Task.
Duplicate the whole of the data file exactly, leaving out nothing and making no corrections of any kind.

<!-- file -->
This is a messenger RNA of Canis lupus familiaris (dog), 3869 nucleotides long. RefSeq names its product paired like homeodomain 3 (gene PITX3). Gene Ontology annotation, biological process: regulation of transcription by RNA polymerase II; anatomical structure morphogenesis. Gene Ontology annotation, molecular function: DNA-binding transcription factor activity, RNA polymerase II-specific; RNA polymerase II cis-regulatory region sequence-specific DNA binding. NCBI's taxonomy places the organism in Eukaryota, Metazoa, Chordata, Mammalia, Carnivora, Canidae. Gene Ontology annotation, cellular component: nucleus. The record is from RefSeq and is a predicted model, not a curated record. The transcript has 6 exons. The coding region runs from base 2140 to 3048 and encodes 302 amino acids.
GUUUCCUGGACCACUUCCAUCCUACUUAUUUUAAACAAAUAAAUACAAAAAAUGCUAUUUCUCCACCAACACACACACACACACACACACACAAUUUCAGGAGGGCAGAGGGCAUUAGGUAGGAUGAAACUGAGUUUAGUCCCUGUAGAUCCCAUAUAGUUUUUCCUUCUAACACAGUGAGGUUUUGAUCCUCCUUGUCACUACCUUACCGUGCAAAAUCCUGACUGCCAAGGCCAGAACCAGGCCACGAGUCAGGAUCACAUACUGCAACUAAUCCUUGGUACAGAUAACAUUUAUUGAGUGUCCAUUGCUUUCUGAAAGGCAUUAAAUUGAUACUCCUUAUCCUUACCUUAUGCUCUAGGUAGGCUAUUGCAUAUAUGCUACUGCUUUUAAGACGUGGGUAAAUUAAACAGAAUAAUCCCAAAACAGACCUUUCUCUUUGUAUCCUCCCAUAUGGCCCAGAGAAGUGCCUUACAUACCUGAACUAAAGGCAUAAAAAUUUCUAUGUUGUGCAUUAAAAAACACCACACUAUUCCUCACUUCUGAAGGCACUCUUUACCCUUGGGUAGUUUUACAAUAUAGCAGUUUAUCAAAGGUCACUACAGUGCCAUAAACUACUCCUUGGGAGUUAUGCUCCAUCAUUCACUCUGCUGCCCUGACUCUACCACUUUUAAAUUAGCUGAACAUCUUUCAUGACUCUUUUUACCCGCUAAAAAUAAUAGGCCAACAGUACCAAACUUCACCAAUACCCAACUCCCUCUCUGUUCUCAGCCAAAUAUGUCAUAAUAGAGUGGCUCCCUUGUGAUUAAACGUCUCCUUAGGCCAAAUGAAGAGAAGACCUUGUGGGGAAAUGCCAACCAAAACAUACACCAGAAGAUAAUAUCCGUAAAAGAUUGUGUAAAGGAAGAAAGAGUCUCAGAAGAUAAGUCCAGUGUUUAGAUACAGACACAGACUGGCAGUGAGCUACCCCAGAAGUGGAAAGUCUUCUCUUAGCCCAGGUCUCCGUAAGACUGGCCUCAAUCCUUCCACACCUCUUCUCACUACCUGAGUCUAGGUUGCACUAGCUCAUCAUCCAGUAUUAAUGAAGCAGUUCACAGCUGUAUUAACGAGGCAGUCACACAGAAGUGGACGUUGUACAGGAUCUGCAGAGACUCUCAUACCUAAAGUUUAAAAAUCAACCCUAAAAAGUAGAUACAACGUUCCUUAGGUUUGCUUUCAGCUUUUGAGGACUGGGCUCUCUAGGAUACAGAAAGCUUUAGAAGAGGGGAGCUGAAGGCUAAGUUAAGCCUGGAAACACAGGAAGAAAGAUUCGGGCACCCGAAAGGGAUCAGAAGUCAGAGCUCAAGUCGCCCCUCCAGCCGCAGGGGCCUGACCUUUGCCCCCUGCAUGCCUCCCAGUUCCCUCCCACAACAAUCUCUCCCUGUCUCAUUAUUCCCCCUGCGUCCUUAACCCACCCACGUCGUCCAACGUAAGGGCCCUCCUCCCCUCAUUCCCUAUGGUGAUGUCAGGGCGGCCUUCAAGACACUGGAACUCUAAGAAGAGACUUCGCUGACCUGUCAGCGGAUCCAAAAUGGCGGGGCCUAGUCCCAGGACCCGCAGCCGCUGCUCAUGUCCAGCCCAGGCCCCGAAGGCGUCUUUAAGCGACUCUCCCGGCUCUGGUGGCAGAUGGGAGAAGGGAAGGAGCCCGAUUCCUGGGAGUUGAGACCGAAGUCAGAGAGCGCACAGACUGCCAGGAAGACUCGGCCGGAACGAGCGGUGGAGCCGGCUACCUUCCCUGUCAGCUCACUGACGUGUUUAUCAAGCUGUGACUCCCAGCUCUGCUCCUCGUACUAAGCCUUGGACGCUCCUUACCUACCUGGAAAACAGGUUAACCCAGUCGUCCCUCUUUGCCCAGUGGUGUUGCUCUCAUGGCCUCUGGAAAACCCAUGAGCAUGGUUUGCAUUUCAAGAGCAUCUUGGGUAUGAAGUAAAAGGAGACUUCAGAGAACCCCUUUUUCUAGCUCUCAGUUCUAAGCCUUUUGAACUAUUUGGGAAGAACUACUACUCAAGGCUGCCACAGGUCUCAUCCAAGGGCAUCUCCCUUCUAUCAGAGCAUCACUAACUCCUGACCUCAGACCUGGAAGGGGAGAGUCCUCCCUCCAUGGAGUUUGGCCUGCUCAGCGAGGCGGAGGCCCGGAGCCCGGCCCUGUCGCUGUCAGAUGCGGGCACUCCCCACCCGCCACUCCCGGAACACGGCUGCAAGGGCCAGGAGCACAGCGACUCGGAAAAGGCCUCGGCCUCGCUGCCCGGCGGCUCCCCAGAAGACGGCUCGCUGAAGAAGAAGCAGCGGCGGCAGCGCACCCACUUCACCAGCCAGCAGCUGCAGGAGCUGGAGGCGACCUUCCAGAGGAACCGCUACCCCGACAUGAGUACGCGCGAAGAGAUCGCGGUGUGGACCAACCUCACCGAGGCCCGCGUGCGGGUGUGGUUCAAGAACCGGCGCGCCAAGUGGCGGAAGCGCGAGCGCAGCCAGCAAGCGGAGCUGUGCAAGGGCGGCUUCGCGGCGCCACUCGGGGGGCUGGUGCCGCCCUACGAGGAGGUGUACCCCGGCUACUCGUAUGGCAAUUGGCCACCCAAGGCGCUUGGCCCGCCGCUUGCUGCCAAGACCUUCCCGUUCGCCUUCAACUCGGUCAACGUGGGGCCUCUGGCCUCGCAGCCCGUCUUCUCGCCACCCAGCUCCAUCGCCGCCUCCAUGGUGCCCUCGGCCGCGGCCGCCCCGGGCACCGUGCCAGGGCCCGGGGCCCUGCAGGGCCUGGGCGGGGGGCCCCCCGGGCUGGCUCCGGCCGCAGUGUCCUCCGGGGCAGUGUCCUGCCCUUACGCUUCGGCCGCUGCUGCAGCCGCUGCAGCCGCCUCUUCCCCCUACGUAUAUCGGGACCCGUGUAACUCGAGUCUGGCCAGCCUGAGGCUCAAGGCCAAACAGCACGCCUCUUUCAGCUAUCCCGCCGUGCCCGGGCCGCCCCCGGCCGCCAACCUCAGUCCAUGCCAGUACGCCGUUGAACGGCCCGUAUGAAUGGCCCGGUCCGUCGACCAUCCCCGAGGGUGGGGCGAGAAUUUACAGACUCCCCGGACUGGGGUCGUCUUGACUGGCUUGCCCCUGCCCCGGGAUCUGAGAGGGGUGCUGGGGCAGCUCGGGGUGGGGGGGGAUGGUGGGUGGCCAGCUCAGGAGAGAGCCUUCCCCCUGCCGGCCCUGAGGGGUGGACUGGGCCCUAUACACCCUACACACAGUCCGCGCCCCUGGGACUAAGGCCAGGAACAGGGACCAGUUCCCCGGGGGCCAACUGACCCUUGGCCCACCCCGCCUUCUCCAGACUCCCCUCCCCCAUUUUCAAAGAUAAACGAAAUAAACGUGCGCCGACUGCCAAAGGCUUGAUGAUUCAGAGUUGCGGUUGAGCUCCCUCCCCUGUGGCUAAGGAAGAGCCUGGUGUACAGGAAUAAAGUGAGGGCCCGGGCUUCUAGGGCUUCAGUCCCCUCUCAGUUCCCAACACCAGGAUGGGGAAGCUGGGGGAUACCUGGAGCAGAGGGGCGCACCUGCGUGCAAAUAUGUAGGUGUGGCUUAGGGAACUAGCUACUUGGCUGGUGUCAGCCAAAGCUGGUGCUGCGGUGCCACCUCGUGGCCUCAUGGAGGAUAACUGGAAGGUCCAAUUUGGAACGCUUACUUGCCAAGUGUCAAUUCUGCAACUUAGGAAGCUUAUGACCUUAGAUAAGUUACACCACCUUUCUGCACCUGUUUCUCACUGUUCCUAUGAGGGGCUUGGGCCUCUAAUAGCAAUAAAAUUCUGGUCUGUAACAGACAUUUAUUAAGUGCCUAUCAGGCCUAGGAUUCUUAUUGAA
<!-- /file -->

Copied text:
This is a messenger RNA of Canis lupus familiaris (dog), 3869 nucleotides long. RefSeq names its product paired like homeodomain 3 (gene PITX3). Gene Ontology annotation, biological process: regulation of transcription by RNA polymerase II; anatomical structure morphogenesis. Gene Ontology annotation, molecular function: DNA-binding transcription factor activity, RNA polymerase II-specific; RNA polymerase II cis-regulatory region sequence-specific DNA binding. NCBI's taxonomy places the organism in Eukaryota, Metazoa, Chordata, Mammalia, Carnivora, Canidae. Gene Ontology annotation, cellular component: nucleus. The record is from RefSeq and is a predicted model, not a curated record. The transcript has 6 exons. The coding region runs from base 2140 to 3048 and encodes 302 amino acids.
GUUUCCUGGACCACUUCCAUCCUACUUAUUUUAAACAAAUAAAUACAAAAAAUGCUAUUUCUCCACCAACACACACACACACACACACACACAAUUUCAGGAGGGCAGAGGGCAUUAGGUAGGAUGAAACUGAGUUUAGUCCCUGUAGAUCCCAUAUAGUUUUUCCUUCUAACACAGUGAGGUUUUGAUCCUCCUUGUCACUACCUUACCGUGCAAAAUCCUGACUGCCAAGGCCAGAACCAGGCCACGAGUCAGGAUCACAUACUGCAACUAAUCCUUGGUACAGAUAACAUUUAUUGAGUGUCCAUUGCUUUCUGAAAGGCAUUAAAUUGAUACUCCUUAUCCUUACCUUAUGCUCUAGGUAGGCUAUUGCAUAUAUGCUACUGCUUUUAAGACGUGGGUAAAUUAAACAGAAUAAUCCCAAAACAGACCUUUCUCUUUGUAUCCUCCCAUAUGGCCCAGAGAAGUGCCUUACAUACCUGAACUAAAGGCAUAAAAAUUUCUAUGUUGUGCAUUAAAAAACACCACACUAUUCCUCACUUCUGAAGGCACUCUUUACCCUUGGGUAGUUUUACAAUAUAGCAGUUUAUCAAAGGUCACUACAGUGCCAUAAACUACUCCUUGGGAGUUAUGCUCCAUCAUUCACUCUGCUGCCCUGACUCUACCACUUUUAAAUUAGCUGAACAUCUUUCAUGACUCUUUUUACCCGCUAAAAAUAAUAGGCCAACAGUACCAAACUUCACCAAUACCCAACUCCCUCUCUGUUCUCAGCCAAAUAUGUCAUAAUAGAGUGGCUCCCUUGUGAUUAAACGUCUCCUUAGGCCAAAUGAAGAGAAGACCUUGUGGGGAAAUGCCAACCAAAACAUACACCAGAAGAUAAUAUCCGUAAAAGAUUGUGUAAAGGAAGAAAGAGUCUCAGAAGAUAAGUCCAGUGUUUAGAUACAGACACAGACUGGCAGUGAGCUACCCCAGAAGUGGAAAGUCUUCUCUUAGCCCAGGUCUCCGUAAGACUGGCCUCAAUCCUUCCACACCUCUUCUCACUACCUGAGUCUAGGUUGCACUAGCUCAUCAUCCAGUAUUAAUGAAGCAGUUCACAGCUGUAUUAACGAGGCAGUCACACAGAAGUGGACGUUGUACAGGAUCUGCAGAGACUCUCAUACCUAAAGUUUAAAAAUCAACCCUAAAAAGUAGAUACAACGUUCCUUAGGUUUGCUUUCAGCUUUUGAGGACUGGGCUCUCUAGGAUACAGAAAGCUUUAGAAGAGGGGAGCUGAAGGCUAAGUUAAGCCUGGAAACACAGGAAGAAAGAUUCGGGCACCCGAAAGGGAUCAGAAGUCAGAGCUCAAGUCGCCCCUCCAGCCGCAGGGGCCUGACCUUUGCCCCCUGCAUGCCUCCCAGUUCCCUCCCACAACAAUCUCUCCCUGUCUCAUUAUUCCCCCUGCGUCCUUAACCCACCCACGUCGUCCAACGUAAGGGCCCUCCUCCCCUCAUUCCCUAUGGUGAUGUCAGGGCGGCCUUCAAGACACUGGAACUCUAAGAAGAGACUUCGCUGACCUGUCAGCGGAUCCAAAAUGGCGGGGCCUAGUCCCAGGACCCGCAGCCGCUGCUCAUGUCCAGCCCAGGCCCCGAAGGCGUCUUUAAGCGACUCUCCCGGCUCUGGUGGCAGAUGGGAGAAGGGAAGGAGCCCGAUUCCUGGGAGUUGAGACCGAAGUCAGAGAGCGCACAGACUGCCAGGAAGACUCGGCCGGAACGAGCGGUGGAGCCGGCUACCUUCCCUGUCAGCUCACUGACGUGUUUAUCAAGCUGUGACUCCCAGCUCUGCUCCUCGUACUAAGCCUUGGACGCUCCUUACCUACCUGGAAAACAGGUUAACCCAGUCGUCCCUCUUUGCCCAGUGGUGUUGCUCUCAUGGCCUCUGGAAAACCCAUGAGCAUGGUUUGCAUUUCAAGAGCAUCUUGGGUAUGAAGUAAAAGGAGACUUCAGAGAACCCCUUUUUCUAGCUCUCAGUUCUAAGCCUUUUGAACUAUUUGGGAAGAACUACUACUCAAGGCUGCCACAGGUCUCAUCCAAGGGCAUCUCCCUUCUAUCAGAGCAUCACUAACUCCUGACCUCAGACCUGGAAGGGGAGAGUCCUCCCUCCAUGGAGUUUGGCCUGCUCAGCGAGGCGGAGGCCCGGAGCCCGGCCCUGUCGCUGUCAGAUGCGGGCACUCCCCACCCGCCACUCCCGGAACACGGCUGCAAGGGCCAGGAGCACAGCGACUCGGAAAAGGCCUCGGCCUCGCUGCCCGGCGGCUCCCCAGAAGACGGCUCGCUGAAGAAGAAGCAGCGGCGGCAGCGCACCCACUUCACCAGCCAGCAGCUGCAGGAGCUGGAGGCGACCUUCCAGAGGAACCGCUACCCCGACAUGAGUACGCGCGAAGAGAUCGCGGUGUGGACCAACCUCACCGAGGCCCGCGUGCGGGUGUGGUUCAAGAACCGGCGCGCCAAGUGGCGGAAGCGCGAGCGCAGCCAGCAAGCGGAGCUGUGCAAGGGCGGCUUCGCGGCGCCACUCGGGGGGCUGGUGCCGCCCUACGAGGAGGUGUACCCCGGCUACUCGUAUGGCAAUUGGCCACCCAAGGCGCUUGGCCCGCCGCUUGCUGCCAAGACCUUCCCGUUCGCCUUCAACUCGGUCAACGUGGGGCCUCUGGCCUCGCAGCCCGUCUUCUCGCCACCCAGCUCCAUCGCCGCCUCCAUGGUGCCCUCGGCCGCGGCCGCCCCGGGCACCGUGCCAGGGCCCGGGGCCCUGCAGGGCCUGGGCGGGGGGCCCCCCGGGCUGGCUCCGGCCGCAGUGUCCUCCGGGGCAGUGUCCUGCCCUUACGCUUCGGCCGCUGCUGCAGCCGCUGCAGCCGCCUCUUCCCCCUACGUAUAUCGGGACCCGUGUAACUCGAGUCUGGCCAGCCUGAGGCUCAAGGCCAAACAGCACGCCUCUUUCAGCUAUCCCGCCGUGCCCGGGCCGCCCCCGGCCGCCAACCUCAGUCCAUGCCAGUACGCCGUUGAACGGCCCGUAUGAAUGGCCCGGUCCGUCGACCAUCCCCGAGGGUGGGGCGAGAAUUUACAGACUCCCCGGACUGGGGUCGUCUUGACUGGCUUGCCCCUGCCCCGGGAUCUGAGAGGGGUGCUGGGGCAGCUCGGGGUGGGGGGGGAUGGUGGGUGGCCAGCUCAGGAGAGAGCCUUCCCCCUGCCGGCCCUGAGGGGUGGACUGGGCCCUAUACACCCUACACACAGUCCGCGCCCCUGGGACUAAGGCCAGGAACAGGGACCAGUUCCCCGGGGGCCAACUGACCCUUGGCCCACCCCGCCUUCUCCAGACUCCCCUCCCCCAUUUUCAAAGAUAAACGAAAUAAACGUGCGCCGACUGCCAAAGGCUUGAUGAUUCAGAGUUGCGGUUGAGCUCCCUCCCCUGUGGCUAAGGAAGAGCCUGGUGUACAGGAAUAAAGUGAGGGCCCGGGCUUCUAGGGCUUCAGUCCCCUCUCAGUUCCCAACACCAGGAUGGGGAAGCUGGGGGAUACCUGGAGCAGAGGGGCGCACCUGCGUGCAAAUAUGUAGGUGUGGCUUAGGGAACUAGCUACUUGGCUGGUGUCAGCCAAAGCUGGUGCUGCGGUGCCACCUCGUGGCCUCAUGGAGGAUAACUGGAAGGUCCAAUUUGGAACGCUUACUUGCCAAGUGUCAAUUCUGCAACUUAGGAAGCUUAUGACCUUAGAUAAGUUACACCACCUUUCUGCACCUGUUUCUCACUGUUCCUAUGAGGGGCUUGGGCCUCUAAUAGCAAUAAAAUUCUGGUCUGUAACAGACAUUUAUUAAGUGCCUAUCAGGCCUAGGAUUCUUAUUGAA